4. Target Corp. (NYSE: TGT)
> U.S. workforce: 333,722 (August)
> CEO compensation: $13.0 million
> Revenue: $72.6 billion
> Net income: $2.0 billion
> No. of U.S. stores: 1,793
The number of Target employees fluctuates seasonally. During the peak holiday season, at the end of the year, employment surges. Until last year, when the company expanded into Canada, Target operated exclusively in the U.S. The average sales floor team member at Target earns just $8.85 per hour, according to Glassdoor.com. Target defenders might point to the fact that a sales floor team leader earns almost $15 per hour, on average and that eligible employees receive important benefits such as health insurance and a 401(k) plan. In response to shareholder concerns, Target tweaked its CEO compensation package for 2013. Despite the adjustments, CEO Gregg Steinhafel earned almost $13 million last year before his resignation in the wake of a data breach that roiled the company.
3. The Kroger Co. (NYSE: KR)
> U.S. workforce: 375,000
> CEO compensation: $12.8 million
> Revenue: $23.2 billion
> Net income: $422 million
> No. of U.S. stores: 3,746
Kroger’s roughly 375,000 employees are described by the company as its “most enduring strength.” Shareholders and executives, however, clearly receive far greater compensation than ordinary Kroger associates. As of 2013, Kroger had paid shareholders nearly $2 billion in total dividends since 2006. And CEO David Dillon’s salary was $1,370,000 in 2013, excluding bonuses and other benefits, which amounted to a total compensation of nearly $13 million. According to Glassdoor.com, an average cashier working at Kroger receives an hourly wage of $8.41, while the average courtesy clerk earns $7.75 an hour. However, unlike most retail workers, the majority of the company’s employees are part of collective bargaining agreements facilitated by local unions.
2. McDonald’s Corp. (NYSE: MCD)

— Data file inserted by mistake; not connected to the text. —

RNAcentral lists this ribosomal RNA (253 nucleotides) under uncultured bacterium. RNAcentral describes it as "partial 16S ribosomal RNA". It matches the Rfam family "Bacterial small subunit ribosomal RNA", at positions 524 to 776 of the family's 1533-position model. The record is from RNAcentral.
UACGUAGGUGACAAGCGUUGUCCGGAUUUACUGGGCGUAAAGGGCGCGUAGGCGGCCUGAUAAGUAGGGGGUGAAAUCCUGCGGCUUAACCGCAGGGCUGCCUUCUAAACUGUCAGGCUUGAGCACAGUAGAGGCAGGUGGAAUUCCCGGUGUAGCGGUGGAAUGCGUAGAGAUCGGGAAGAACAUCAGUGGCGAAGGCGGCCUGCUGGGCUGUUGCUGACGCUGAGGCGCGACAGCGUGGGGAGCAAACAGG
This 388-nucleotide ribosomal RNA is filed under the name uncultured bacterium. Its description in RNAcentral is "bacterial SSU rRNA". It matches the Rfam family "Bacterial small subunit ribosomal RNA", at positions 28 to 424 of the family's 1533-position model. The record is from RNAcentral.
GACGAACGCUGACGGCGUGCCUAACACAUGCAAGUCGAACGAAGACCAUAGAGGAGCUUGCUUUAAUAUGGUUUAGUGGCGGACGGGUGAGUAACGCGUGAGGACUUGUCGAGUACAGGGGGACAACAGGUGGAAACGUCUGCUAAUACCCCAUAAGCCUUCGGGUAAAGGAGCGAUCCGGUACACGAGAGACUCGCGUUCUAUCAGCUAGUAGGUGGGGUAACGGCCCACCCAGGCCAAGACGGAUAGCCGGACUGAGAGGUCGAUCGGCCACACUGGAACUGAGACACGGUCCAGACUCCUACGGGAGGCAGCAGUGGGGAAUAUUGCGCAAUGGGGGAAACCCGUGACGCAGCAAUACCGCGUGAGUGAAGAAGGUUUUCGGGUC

> U.S. workforce: 725,406 (est.)
> CEO compensation: $9.5 million
> Revenue: $28.1 billion
> Net income: $5.6 billion
> No. of U.S. stores: 14,278
Like several other companies paying Americans the least, most of McDonald’s restaurants are franchises, which means McDonald’s Corporation is not directly responsible for many workers’ pay. Including in its franchises, McDonald’s employed roughly 1.8 million employees worldwide. While the average crew member at McDonald’s reported earning $8.09 an hour on Glassdoor.com, CEO Donald Thompson’s compensation last year totalled $9.5 million. McDonald’s employees and other fast food workers across the country have repeatedly held one-day strikes in recent years in an ongoing effort to raise wages to $15 per hour. Protests have been unsuccessful so far. With McDonald’s reporting a 3.3% year-over-year decline in U.S. comparable sales in its most recent quarter, executives are perhaps less likely than ever to raise employee wages.
1. Wal-Mart Stores Inc. (NYSE: WMT)
> U.S. workforce: 1.4 million
> CEO compensation: $5.6 million
> Revenue: $476.3 billion
> Net income: $16.0 billion
> No. of U.S. stores: 4,990
Walmart is run by America’s wealthiest family, and it employs more people than any other public company in the world. The majority of the company’s 2.2 million employees, as of last year, worked in the United States. Walmart’s U.S. workforce of roughly 1.4 million dwarfs that of every other American business. Walmart reported revenues of $476.3 billion last year, the largest of any retailer worldwide, as well as roughly $16 billion in net income. Walmart’s financial success has frequently been attributed, at least in part, to its workers’ low wages. While Walmart may benefit from the low wages it pays its employees, taxpayers may not. According to several studies, Walmart employees are among the most likely to rely on government subsidies and assistance programs.